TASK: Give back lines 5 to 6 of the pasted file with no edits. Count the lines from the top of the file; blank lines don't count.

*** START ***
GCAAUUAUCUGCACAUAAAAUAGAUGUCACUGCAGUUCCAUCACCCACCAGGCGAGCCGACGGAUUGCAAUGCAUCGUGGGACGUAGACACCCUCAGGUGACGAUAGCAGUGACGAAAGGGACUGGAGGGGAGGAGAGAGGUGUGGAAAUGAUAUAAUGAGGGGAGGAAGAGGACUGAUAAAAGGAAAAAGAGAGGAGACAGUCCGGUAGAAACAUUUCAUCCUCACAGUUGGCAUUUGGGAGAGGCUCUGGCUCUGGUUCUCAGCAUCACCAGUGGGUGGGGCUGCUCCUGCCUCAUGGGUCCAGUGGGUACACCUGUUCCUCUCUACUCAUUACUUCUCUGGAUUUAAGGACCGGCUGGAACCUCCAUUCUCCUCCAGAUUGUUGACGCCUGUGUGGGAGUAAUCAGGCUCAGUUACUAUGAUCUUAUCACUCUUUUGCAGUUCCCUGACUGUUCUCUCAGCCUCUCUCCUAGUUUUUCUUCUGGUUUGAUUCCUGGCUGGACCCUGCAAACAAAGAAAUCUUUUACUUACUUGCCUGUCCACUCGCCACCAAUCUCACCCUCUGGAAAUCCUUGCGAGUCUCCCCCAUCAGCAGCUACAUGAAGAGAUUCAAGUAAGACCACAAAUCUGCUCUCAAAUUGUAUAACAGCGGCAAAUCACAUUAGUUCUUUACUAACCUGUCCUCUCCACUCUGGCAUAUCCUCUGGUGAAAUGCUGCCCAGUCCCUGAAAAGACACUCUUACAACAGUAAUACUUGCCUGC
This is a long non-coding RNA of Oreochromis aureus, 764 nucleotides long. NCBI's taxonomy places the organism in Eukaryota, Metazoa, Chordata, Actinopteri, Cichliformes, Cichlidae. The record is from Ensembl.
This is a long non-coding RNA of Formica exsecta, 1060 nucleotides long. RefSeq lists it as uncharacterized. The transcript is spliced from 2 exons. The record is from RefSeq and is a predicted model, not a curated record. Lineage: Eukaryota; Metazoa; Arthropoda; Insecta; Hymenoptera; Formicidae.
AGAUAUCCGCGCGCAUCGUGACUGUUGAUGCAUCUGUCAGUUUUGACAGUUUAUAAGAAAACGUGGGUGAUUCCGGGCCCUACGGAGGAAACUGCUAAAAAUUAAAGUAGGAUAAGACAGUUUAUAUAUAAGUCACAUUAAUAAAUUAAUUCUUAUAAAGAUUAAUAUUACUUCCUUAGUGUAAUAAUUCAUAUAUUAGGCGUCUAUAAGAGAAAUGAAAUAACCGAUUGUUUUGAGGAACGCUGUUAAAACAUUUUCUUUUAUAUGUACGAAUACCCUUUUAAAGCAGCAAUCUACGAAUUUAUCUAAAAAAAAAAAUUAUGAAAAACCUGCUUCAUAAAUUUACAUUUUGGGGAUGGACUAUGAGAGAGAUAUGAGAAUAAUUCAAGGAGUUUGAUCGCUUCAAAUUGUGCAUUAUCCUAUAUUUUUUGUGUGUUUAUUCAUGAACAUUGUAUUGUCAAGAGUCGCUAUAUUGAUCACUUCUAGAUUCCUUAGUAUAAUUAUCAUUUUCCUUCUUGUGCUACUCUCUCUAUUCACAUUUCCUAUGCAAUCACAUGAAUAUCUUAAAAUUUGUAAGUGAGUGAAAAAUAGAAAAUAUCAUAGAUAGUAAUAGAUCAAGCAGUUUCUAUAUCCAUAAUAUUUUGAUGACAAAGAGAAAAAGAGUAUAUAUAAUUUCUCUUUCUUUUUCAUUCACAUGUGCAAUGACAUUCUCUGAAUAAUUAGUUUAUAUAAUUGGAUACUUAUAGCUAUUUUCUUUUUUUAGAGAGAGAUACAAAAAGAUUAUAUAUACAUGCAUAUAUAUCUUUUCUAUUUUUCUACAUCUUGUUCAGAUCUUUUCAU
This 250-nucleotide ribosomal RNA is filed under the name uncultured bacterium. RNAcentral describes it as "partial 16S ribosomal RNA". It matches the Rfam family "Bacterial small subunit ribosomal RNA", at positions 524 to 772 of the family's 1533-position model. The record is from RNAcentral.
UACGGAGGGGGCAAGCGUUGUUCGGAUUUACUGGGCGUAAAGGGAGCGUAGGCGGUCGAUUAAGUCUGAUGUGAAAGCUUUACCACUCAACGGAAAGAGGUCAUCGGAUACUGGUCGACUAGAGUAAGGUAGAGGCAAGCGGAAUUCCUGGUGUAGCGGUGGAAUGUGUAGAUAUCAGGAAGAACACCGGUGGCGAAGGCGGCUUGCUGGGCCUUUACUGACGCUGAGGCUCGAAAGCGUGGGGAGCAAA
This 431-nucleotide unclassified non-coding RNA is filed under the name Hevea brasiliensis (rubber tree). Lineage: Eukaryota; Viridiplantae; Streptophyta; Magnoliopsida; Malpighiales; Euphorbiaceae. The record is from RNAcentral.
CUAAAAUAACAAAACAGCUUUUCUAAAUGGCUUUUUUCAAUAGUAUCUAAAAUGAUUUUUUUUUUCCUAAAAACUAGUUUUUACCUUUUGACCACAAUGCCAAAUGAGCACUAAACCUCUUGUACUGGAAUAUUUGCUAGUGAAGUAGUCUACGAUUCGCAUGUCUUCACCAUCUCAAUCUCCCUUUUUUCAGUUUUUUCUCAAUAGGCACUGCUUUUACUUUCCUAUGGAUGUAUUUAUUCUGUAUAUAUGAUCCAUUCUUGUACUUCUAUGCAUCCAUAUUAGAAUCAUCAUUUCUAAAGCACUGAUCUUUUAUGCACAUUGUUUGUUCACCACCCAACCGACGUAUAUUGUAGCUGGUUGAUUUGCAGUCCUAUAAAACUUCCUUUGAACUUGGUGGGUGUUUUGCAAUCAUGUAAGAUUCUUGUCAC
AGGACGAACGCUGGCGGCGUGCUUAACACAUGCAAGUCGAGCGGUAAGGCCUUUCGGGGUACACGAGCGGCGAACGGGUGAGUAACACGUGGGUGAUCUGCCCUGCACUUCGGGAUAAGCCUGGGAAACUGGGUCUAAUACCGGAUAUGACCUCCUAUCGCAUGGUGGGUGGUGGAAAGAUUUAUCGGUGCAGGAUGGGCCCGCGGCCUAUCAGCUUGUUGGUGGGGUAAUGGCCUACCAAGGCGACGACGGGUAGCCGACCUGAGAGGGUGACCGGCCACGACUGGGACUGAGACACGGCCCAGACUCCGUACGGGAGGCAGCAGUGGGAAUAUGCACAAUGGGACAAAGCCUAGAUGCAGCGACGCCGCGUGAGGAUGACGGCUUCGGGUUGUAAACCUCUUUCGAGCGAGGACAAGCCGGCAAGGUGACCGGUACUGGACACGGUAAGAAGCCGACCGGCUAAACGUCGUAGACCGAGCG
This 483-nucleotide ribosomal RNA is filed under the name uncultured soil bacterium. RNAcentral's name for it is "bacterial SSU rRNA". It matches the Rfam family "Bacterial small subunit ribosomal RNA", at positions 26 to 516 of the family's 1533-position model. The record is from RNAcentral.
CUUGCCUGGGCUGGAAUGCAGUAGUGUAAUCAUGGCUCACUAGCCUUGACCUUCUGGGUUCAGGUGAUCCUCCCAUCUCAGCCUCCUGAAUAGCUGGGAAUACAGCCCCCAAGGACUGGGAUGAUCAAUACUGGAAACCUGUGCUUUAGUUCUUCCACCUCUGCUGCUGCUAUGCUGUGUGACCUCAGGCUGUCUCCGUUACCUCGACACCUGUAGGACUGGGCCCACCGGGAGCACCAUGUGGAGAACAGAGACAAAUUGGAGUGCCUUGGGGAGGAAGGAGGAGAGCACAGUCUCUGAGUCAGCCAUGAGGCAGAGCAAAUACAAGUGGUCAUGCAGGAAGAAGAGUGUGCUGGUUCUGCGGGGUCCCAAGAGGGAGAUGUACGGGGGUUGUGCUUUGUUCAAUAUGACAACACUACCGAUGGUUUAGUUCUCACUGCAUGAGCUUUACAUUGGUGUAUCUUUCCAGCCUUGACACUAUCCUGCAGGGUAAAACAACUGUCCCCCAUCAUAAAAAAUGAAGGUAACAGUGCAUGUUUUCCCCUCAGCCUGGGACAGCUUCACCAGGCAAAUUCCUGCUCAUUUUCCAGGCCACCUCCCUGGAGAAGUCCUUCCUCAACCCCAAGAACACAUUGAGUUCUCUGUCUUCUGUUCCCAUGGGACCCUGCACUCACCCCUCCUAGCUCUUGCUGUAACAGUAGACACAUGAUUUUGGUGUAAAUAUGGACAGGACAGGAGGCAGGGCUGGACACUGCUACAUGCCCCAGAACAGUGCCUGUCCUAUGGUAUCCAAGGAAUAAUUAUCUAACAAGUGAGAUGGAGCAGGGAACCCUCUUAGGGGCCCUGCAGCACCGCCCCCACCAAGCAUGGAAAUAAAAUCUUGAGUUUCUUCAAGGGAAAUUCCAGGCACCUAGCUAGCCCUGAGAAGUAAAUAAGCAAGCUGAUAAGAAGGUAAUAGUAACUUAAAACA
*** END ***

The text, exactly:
This 250-nucleotide ribosomal RNA is filed under the name uncultured bacterium. RNAcentral describes it as "partial 16S ribosomal RNA". It matches the Rfam family "Bacterial small subunit ribosomal RNA", at positions 524 to 772 of the family's 1533-position model. The record is from RNAcentral.
UACGGAGGGGGCAAGCGUUGUUCGGAUUUACUGGGCGUAAAGGGAGCGUAGGCGGUCGAUUAAGUCUGAUGUGAAAGCUUUACCACUCAACGGAAAGAGGUCAUCGGAUACUGGUCGACUAGAGUAAGGUAGAGGCAAGCGGAAUUCCUGGUGUAGCGGUGGAAUGUGUAGAUAUCAGGAAGAACACCGGUGGCGAAGGCGGCUUGCUGGGCCUUUACUGACGCUGAGGCUCGAAAGCGUGGGGAGCAAA